MILAN, Italy | Anti-mafia prosecutors claimed a major victory over the powerful and growing 'ndrangheta crime syndicate, infiltrating intimate weddings, baptisms and other gatherings to gather information that led to the arrests Friday of 305 people, including top bosses, and the seizure of more than $75 million worth of cash and property.
One of the most significant revelations to emerge from the investigation was that the Calabrian mob had a tight hierarchal structure like that of the Sicilian Mafia, and wasn't just an association of clans as previously believed.
While expanding its economic reach into the wealthy Lombard region in northern Italy, the 'ndrangheta also is concentrating its power in its native Calabria, exerting tight control over all strategic decision making, anti-mafia prosecutors said.
The operation began before dawn with the 4 a.m. arrest of Domenico Oppedisano, the crime group's top boss, in the small coastal town of Rosarno in Calabria.
But the investigation owed its success to investigators' ability to infiltrate events like the 2009 wedding of the children of two crime bosses in Calabria, attended by thousands of well-wishers, where Mr. Oppedisano was named to his post, said Calabrian anti-mafia prosecutor Giuseppe Pignatone.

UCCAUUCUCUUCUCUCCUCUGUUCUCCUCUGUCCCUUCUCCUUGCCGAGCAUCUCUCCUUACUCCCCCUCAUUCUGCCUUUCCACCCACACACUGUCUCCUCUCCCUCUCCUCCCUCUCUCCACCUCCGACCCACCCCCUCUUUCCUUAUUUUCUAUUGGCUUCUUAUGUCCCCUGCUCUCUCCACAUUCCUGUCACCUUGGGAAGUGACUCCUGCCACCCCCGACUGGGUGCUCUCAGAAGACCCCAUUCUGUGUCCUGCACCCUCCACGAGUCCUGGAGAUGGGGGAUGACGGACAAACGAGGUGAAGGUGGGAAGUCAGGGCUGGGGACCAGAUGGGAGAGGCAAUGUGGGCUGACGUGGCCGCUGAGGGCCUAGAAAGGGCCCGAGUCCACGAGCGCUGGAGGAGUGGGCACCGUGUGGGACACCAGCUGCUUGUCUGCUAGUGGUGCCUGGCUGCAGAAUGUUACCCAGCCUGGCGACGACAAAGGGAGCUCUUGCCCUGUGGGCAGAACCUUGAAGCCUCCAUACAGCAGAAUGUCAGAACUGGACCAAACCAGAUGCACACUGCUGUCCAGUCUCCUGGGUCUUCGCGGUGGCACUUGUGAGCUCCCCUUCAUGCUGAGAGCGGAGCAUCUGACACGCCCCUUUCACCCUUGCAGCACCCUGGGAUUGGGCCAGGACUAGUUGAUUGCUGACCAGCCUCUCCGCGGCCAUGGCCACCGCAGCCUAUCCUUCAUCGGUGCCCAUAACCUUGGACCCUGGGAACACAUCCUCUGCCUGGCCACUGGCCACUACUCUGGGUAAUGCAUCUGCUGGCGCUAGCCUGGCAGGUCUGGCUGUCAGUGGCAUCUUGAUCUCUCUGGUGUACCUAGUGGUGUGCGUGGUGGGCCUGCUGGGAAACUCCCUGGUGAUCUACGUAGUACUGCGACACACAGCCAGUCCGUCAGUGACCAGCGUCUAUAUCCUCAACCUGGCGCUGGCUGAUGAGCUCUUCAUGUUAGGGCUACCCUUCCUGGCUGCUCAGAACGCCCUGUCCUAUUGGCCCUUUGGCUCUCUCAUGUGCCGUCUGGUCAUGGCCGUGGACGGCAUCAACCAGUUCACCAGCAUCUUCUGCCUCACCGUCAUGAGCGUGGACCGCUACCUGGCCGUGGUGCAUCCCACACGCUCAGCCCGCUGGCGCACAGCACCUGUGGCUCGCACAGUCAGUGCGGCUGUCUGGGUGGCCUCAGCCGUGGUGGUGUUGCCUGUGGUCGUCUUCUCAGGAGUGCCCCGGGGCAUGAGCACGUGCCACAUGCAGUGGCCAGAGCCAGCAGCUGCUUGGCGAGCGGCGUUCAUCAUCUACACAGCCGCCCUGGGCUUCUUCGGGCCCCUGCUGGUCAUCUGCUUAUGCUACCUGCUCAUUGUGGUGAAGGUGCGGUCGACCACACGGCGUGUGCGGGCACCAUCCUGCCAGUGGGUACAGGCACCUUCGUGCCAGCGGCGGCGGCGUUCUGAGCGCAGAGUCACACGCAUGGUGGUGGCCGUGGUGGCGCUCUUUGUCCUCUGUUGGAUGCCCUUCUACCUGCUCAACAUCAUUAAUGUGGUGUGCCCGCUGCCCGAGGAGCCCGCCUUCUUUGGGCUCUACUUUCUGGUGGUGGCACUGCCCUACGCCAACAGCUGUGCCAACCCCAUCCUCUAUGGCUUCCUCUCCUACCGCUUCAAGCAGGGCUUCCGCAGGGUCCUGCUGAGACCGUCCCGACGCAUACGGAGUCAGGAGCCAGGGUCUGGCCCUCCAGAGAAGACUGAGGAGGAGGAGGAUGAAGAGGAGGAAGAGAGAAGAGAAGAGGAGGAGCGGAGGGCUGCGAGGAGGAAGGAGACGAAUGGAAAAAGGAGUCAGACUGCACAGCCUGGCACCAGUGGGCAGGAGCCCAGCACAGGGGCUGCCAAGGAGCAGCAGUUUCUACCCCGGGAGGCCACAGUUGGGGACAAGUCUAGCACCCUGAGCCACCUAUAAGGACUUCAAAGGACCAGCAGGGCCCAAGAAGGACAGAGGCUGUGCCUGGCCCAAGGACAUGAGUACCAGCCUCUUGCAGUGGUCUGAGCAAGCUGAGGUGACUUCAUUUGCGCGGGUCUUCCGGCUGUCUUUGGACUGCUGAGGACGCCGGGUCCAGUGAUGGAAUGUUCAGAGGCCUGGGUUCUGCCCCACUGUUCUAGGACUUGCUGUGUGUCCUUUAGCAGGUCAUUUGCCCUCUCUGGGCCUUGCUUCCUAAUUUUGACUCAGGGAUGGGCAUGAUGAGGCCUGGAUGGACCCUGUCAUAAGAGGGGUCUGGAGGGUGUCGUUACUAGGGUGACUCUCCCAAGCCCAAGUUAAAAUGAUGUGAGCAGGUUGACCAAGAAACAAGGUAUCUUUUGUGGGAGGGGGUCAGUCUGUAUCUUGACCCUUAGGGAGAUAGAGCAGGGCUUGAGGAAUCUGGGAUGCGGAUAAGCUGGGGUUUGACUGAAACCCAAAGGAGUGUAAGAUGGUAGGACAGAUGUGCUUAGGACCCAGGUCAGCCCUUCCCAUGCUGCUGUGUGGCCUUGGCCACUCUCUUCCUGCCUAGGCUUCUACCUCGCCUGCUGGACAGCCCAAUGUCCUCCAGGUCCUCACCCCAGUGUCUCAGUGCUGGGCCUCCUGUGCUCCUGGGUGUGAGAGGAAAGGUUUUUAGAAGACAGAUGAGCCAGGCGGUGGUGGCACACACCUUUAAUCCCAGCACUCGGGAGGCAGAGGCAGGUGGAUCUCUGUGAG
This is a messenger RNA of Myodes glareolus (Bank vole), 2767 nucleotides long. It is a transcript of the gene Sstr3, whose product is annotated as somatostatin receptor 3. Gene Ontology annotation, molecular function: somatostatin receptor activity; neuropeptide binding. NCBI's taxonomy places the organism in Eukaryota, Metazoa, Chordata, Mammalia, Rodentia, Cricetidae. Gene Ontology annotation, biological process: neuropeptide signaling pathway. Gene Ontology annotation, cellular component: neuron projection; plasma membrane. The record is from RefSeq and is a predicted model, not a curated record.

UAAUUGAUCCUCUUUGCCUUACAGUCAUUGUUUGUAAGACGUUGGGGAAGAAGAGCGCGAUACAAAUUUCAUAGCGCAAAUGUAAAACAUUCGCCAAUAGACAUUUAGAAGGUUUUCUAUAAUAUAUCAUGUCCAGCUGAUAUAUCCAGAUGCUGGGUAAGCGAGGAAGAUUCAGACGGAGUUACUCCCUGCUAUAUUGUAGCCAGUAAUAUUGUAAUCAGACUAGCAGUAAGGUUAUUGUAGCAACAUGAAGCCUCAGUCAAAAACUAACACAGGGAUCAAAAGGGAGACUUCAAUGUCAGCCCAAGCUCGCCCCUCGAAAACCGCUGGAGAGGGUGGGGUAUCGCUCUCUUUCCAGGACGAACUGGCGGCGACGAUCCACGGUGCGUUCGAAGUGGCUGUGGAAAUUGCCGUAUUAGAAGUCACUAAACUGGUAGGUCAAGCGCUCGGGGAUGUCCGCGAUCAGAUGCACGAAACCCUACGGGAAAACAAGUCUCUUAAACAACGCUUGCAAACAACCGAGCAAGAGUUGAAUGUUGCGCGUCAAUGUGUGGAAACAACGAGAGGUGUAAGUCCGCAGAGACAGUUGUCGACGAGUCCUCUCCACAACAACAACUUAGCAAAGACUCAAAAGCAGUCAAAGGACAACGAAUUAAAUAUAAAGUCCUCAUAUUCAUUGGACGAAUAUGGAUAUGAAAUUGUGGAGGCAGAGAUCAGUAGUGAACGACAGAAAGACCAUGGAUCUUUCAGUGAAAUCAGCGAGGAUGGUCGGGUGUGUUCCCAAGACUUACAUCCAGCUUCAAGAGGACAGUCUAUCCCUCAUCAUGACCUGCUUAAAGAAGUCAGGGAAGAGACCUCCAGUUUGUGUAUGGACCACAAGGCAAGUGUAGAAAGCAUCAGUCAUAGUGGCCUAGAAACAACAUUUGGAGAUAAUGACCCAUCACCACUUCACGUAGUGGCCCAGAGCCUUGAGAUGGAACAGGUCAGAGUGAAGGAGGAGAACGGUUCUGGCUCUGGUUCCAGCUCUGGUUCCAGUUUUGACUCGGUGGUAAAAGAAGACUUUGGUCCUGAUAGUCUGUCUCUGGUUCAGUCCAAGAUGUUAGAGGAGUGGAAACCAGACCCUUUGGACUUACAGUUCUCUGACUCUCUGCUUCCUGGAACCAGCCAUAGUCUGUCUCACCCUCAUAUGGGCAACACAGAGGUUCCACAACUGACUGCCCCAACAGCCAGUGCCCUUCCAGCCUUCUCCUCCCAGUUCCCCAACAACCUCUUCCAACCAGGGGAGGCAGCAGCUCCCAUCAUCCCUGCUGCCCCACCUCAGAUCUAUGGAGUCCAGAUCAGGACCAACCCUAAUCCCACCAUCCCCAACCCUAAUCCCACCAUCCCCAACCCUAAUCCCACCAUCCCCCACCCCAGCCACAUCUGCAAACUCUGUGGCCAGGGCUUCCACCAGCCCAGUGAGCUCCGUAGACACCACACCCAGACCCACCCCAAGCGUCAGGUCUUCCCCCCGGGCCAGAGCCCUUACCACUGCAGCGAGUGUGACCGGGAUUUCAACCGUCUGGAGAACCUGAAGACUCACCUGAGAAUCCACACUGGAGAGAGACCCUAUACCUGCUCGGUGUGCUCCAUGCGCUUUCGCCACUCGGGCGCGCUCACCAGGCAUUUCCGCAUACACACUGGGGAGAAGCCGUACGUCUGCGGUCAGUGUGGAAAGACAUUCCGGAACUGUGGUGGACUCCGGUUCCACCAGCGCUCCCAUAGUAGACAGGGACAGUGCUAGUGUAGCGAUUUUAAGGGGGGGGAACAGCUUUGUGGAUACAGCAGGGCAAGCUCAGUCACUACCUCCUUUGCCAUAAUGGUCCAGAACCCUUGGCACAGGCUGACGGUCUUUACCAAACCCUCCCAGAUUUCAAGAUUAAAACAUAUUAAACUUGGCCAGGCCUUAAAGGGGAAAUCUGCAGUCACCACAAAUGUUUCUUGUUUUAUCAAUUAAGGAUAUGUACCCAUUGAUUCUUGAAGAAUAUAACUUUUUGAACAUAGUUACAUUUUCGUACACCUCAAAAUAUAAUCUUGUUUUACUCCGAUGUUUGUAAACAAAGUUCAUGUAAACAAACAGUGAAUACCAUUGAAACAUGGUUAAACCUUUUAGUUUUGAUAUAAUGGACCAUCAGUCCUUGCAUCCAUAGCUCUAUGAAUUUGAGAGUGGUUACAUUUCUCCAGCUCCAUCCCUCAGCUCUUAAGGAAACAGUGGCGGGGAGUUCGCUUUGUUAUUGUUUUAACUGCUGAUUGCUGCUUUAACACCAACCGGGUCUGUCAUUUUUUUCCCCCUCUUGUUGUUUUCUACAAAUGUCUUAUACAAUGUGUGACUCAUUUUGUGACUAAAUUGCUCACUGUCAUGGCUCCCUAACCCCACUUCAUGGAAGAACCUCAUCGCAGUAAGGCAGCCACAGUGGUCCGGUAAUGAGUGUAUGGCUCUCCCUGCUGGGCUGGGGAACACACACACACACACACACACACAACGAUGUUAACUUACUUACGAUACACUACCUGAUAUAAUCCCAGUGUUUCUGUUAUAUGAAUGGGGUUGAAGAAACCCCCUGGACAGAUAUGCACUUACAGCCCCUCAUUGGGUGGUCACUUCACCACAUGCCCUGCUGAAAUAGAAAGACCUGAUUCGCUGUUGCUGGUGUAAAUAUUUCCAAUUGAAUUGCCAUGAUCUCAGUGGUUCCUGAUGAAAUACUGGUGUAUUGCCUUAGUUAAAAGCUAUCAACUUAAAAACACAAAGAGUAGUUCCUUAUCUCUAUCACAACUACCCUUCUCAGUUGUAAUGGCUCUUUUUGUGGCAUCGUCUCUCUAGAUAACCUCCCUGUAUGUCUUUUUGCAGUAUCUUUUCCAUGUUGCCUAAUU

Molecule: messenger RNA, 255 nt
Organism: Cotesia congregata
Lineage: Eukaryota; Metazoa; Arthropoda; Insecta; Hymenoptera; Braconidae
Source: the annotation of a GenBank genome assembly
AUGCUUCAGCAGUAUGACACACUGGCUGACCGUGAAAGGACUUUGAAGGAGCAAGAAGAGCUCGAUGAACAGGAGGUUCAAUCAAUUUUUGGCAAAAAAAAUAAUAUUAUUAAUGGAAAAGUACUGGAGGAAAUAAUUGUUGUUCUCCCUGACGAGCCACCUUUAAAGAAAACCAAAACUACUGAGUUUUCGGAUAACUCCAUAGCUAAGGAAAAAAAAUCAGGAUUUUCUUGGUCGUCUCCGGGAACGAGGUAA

When Mr. Oppedisano was formally elevated some two weeks later, on Sept. 2, the feast of Madonna Polsi, undercover agents got video of the crime syndicate's major bosses all being confirmed in their new positions in the structure, he said.
"Police and Carabinieri have been able to record since Aug. 1, 2009, all of the major negotiations of the various families," Mr. Pignatone told a news conference.
That includes some 40 similar meetings in Lombardy, which has become the Calabrian mob's moneymaking center, with operations focusing on excavations for construction sites, trash disposal and real estate. While officials seized $75.41 million worth of cash and property, prosecutors are unable to estimate how much the 'ndrangheta is cashing in each year.
Wiretaps indicate that as many as 500 'ndrangheta mobsters are operating in Lombardy, where 160 were arrested. They include Pino Neri, whom police said was in charge of the gang's businesses in Milan, where the 'ndrangheta has been making major inroads.
The investigation revealed the 'ndrangheta was extremely "hierarchical, united and pyramidal," and not just clan-based as previously believed, said Italy's chief anti-mafia prosecutor Piero Grasso.
That became clear when the Lombard branch, empowered by its riches, attempted to exert autonomy and was cut short when the Calabrian bosses sent a professional killer to murder the would-be upstarts, Mr. Pignatone said.
The 'ndrangheta has emerged as one of the most powerful of the crime syndicates, even if only since February has Italian law recognized it as a criminal organization. From Calabria, it has spread its tentacles to northern Italy, where it migrated in the 1970s and 1980s, to Germany, and as far away as Canada and Australia.